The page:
The power of communications

Communications copyWant better results from your business communications, in less time?

Keep the ‘receiver’ in mind.

When you’re communicating with colleagues at any level, everyone benefits if the receiver has enough info to easily prioritize and respond.

The components of good communication are People, Process, Information and Technology.

Ask colleagues you communicate with most if they can agree to these suggested protocols:

Verbal Communications

If you tell me verbally, my mind may have wandered for any number of reasons — including the fact that if I’m the average person, I’m only listening about 25% of the time. If I’m stressed, sleep-deprived, multi-tasking or on a deadline, I may be even less able to focus and retain info. If I report to you, I’ll probably focus more on what you’re saying, so I may hear as much as 50% [sad but true.]


If I need to do something, or to understand important info, be specific about WHAT, WHY and WHO. Don’t assume I know what you know, that I have the same historical context, technical expertise or make the same assumptions that you do. Clear and simple are always appreciated.

Give me an opportunity to ask clarifying questions. It takes far less time to clarify now than it does to unravel misunderstandings later.


Please don’t assume that I’ll remember our conversation of last month, last week, or unfortunately, even yesterday. If at all possible, follow up with a written message/ email with the important details, including the purpose/ intended outcome, any time sensitive deliverables and who else is involved.

Meeting Requests

Like you, my calendar is overflowing; I have too many meetings, and often I don’t have the information I need to prioritize them, so I frequently spend time in meetings that seem to have little or no direct relationship to my work. At the same time, depending on who is involved, declining may send the wrong message. Even so, in order to free-up a couple hours a day to actually DO some work, I sometimes avoid seemingly discretionary or information-only meetings.


In your email or meeting requests, please include the details, purpose/ outcome and who is involved. This isn’t about name-dropping or political games – if I know the context, purpose and participants, I’ll be less likely to embarrass myself by opting out of something I clearly should have been part of – or that you want my involvement in. I’m also more likely to be prepared, and therefore, more likely to make a meaningful contribution. When you share the purpose and ask for my input or involvement, I also feel respected as a colleague- therefore, more likely to collaborate with you to achieve your goals.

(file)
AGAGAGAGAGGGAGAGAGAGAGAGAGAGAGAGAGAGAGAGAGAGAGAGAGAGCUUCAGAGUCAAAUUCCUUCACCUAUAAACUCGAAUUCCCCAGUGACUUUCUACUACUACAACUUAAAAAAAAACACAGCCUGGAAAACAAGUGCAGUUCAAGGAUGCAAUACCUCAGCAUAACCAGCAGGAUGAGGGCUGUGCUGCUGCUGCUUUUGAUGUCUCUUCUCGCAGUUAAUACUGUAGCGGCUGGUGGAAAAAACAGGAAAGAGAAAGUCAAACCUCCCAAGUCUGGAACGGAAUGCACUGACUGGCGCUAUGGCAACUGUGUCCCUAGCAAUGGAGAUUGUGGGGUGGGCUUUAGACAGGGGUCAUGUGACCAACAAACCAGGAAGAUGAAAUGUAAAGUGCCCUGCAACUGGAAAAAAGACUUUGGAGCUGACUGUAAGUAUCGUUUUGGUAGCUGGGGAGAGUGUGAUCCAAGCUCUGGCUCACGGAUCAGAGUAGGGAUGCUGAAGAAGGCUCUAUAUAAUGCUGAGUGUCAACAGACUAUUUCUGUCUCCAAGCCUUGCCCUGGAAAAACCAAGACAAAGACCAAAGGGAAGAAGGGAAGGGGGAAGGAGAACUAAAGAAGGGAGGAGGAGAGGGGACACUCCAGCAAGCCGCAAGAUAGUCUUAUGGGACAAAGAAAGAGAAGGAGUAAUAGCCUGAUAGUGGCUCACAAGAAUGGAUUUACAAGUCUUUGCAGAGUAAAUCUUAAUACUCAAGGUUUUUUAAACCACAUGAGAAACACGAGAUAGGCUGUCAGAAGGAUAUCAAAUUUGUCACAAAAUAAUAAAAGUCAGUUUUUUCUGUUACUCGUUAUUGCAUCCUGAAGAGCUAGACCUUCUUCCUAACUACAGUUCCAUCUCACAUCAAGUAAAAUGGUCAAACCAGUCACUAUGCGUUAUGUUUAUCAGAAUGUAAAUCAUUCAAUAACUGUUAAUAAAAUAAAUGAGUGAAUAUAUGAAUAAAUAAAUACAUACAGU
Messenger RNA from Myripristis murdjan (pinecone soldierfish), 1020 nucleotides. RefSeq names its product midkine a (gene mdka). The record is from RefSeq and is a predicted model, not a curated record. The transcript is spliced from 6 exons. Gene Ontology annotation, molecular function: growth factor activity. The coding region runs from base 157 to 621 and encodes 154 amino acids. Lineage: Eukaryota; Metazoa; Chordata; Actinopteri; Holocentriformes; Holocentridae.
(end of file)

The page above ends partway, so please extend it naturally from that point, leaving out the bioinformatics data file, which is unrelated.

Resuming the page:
If there’s info that will help me to prepare ahead, please send it or direct me to it as soon as you can. And let’s agree to be real…if my interaction and presence in the meeting isn’t all that important – especially if I can just read and respond instead of attending, please respect me enough to give me the option….just let me know what you need from me and when you need it. I’ll do my best to return the favor.


Since we may each have hundreds of unread emails at any given time, can we agree on a couple of simple and respectful protocols:

Subject Line: Please use a short phrase that describes what I need to know about the importance and content of this email.

How about this format?

If it’s urgent [seriously] put the word urgent first in the subject line. If it’s important and you need a response by a certain time, put “response requested by [date/ time]” in the subject line. Only select “High Importance” or the equivalent if it really is – to me, not just to you!

In the body of the email:

The important info, what you want me to know or do, and its relative importance should be first. If you’re concerned that I may feel discounted if you don’t ask about my weekend, vacation or kids first…ask me. Chances are I’d rather you just got to the point. We can always catch up over coffee.

If necessary, follow that with a paragraph or a few bullet points with details, benefits, actions, clarification or other information that will be helpful to me in prioritizing and responding. Bullet points are easier to read quickly than narrative paragraphs.

If you need to send more than a couple paragraphs, either attach a document or include it as a footnote after the important info above.

Voice Messages

Outgoing Greeting: Let’s agree to keep them short and simple. Listening to preambles and positioning statements, followed by system messages before you can leave a simple message is beyond annoying.

Incoming Messages: Please state the purpose of your call, what you want me to do [eg call you back or remember to do something] and when you need me to do it if it’s time sensitive. 20 words or less is great, followed by your name and phone number. Even if you believe I should have your number, I may not have it readily available or I may not be able to look it up right now. Want me to return your call? Make it easy.Please leave your phone number last so I don’t have to listen to the message twice in order to capture it.

One more thing: ask colleagues what they prefer – voice message, email or txt message – so that you can use their preferred communication method when practical.

©copyright 2013. Masters Among Us, Inc Marilou Myrick All rights reserved.
NOTE: The link to this white paper on may be shared freely with others. Complete the form on to request a pdf copy.

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